having coloration that serves a protective function for the animal, usually used to refer to animals with colors that warn predators of their toxicity. For example: animals with bright red or yellow coloration are often toxic or distasteful.
having body symmetry such that the animal can be divided in one plane into two mirror-image halves. Animals with bilateral symmetry have dorsal and ventral sides, as well as anterior and posterior ends. Synapomorphy of the Bilateria.
uses smells or other chemicals to communicate
animals that use metabolically generated heat to regulate body temperature independently of ambient temperature. Endothermy is a synapomorphy of the Mammalia, although it may have arisen in a (now extinct) synapsid ancestor; the fossil record does not distinguish these possibilities. Convergent in birds.
union of egg and spermatozoan
an animal that mainly eats leaves.
Referring to a burrowing life-style or behavior, specialized for digging or burrowing.
An animal that eats mainly plants or parts of plants.
offspring are produced in more than one group (litters, clutches, etc.) and across multiple seasons (or other periods hospitable to reproduction). Iteroparous animals must, by definition, survive over multiple seasons (or periodic condition changes).
having the capacity to move from one place to another.
the area in which the animal is naturally found, the region in which it is endemic.
the business of buying and selling animals for people to keep in their homes as pets.
having more than one female as a mate at one time
scrub forests develop in areas that experience dry seasons.
breeding is confined to a particular season
remains in the same area
reproduction that includes combining the genetic contribution of two individuals, a male and a female
associates with others of its species; forms social groups.
digs and breaks up soil so air and water can get in
places a food item in a special place to be eaten later. Also called "hoarding"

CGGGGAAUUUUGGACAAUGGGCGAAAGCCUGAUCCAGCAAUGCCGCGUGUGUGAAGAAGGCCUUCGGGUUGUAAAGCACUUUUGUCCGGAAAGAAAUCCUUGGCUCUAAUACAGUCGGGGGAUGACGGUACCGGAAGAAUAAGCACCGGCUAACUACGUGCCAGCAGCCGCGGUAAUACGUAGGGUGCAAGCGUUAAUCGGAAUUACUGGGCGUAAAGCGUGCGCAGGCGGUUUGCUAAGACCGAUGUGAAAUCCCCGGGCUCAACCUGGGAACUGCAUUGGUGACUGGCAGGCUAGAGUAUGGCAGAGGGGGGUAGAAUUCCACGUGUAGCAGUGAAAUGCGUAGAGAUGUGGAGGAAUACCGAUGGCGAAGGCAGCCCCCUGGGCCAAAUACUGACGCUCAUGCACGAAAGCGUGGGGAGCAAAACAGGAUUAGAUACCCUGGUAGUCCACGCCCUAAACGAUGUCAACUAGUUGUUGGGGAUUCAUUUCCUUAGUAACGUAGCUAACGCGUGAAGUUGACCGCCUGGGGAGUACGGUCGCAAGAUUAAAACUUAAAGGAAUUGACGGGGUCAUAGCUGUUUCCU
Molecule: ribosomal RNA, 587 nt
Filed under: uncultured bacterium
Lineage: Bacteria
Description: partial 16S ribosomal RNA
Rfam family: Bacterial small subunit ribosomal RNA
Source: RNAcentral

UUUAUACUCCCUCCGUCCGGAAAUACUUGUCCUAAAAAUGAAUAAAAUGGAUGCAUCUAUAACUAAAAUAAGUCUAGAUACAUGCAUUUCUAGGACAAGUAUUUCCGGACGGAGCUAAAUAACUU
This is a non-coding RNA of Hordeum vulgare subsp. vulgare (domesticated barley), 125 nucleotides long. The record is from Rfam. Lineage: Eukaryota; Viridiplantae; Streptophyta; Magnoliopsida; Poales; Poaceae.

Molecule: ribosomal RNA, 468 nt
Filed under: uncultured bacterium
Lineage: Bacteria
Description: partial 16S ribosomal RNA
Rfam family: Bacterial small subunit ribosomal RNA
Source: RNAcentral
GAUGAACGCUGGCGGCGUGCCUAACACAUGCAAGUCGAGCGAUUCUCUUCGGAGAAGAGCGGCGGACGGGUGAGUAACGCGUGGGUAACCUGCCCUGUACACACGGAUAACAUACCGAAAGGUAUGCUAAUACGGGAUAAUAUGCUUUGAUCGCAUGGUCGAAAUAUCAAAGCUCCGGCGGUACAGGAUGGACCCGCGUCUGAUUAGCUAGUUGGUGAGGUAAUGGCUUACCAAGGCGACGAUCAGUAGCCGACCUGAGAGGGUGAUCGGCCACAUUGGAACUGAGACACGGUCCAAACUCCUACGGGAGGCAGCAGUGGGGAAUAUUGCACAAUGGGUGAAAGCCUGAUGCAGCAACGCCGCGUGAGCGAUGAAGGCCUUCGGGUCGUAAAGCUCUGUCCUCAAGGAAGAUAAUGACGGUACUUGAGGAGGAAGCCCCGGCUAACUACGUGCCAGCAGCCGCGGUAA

uses touch to communicate
Living on the ground.
defends an area within the home range, occupied by a single animals or group of animals of the same species and held through overt defense, display, or advertisement
the region of the earth that surrounds the equator, from 23.5 degrees north to 23.5 degrees south.
A terrestrial biome. Savannas are grasslands with scattered individual trees that do not form a closed canopy. Extensive savannas are found in parts of subtropical and tropical Africa and South America, and in Australia.
A grassland with scattered trees or scattered clumps of trees, a type of community intermediate between grassland and forest. See also Tropical savanna and grassland biome.
A terrestrial biome found in temperate latitudes (>23.5° N or S latitude). Vegetation is made up mostly of grasses, the height and species diversity of which depend largely on the amount of moisture available. Fire and grazing are important in the long-term maintenance of grasslands.
uses sight to communicate
reproduction in which fertilization and development take place within the female body and the developing embryo derives nourishment from the female.
Barlow, J. 1969. Observations on the Biology of Rodents in Uruguay:Science Contribution Number 75. Royal Ontario Museum of Life Science.
Brooks, D. 2002. "Chaco (NT0210)" (On-line ). World Wildlife Fund. Accessed 12/09/02 at http://www.worldwildlife.org/wildworld/profiles/terrestrial/nt/nt0210_full.html.
Cook, J., T. Yates. 1994. Systematic relationships of the Bolivian tuco-tucos, genus *Ctenomys*. Journal of Mammalogy, 75: 583-599.
Eisenberg, J., K. Redford. 1992. Mammals of the Neotropics: Volume 2. Chicago: Univeristy of Chicago Press.
Myers, P. 1999. "Ctenomyidae" (On-line ). Animal Diversity Web. Accessed 10/16/02 at http://animaldiversity.ummz.umich.edu/chordata/mammalia/rodentia/ctenomyidae.html.
Nowak, R. 1991. Walker's Mammals of the World, Fifth Edition. Baltimore: Johns Hopkins University Press.
Wilson, D., D. Reeder, C. Woods. 1993. Mammal Species of the World: a Taxanomic and Geographic Reference; Second Edition. Washington, DC: Smithsonain Institution Press.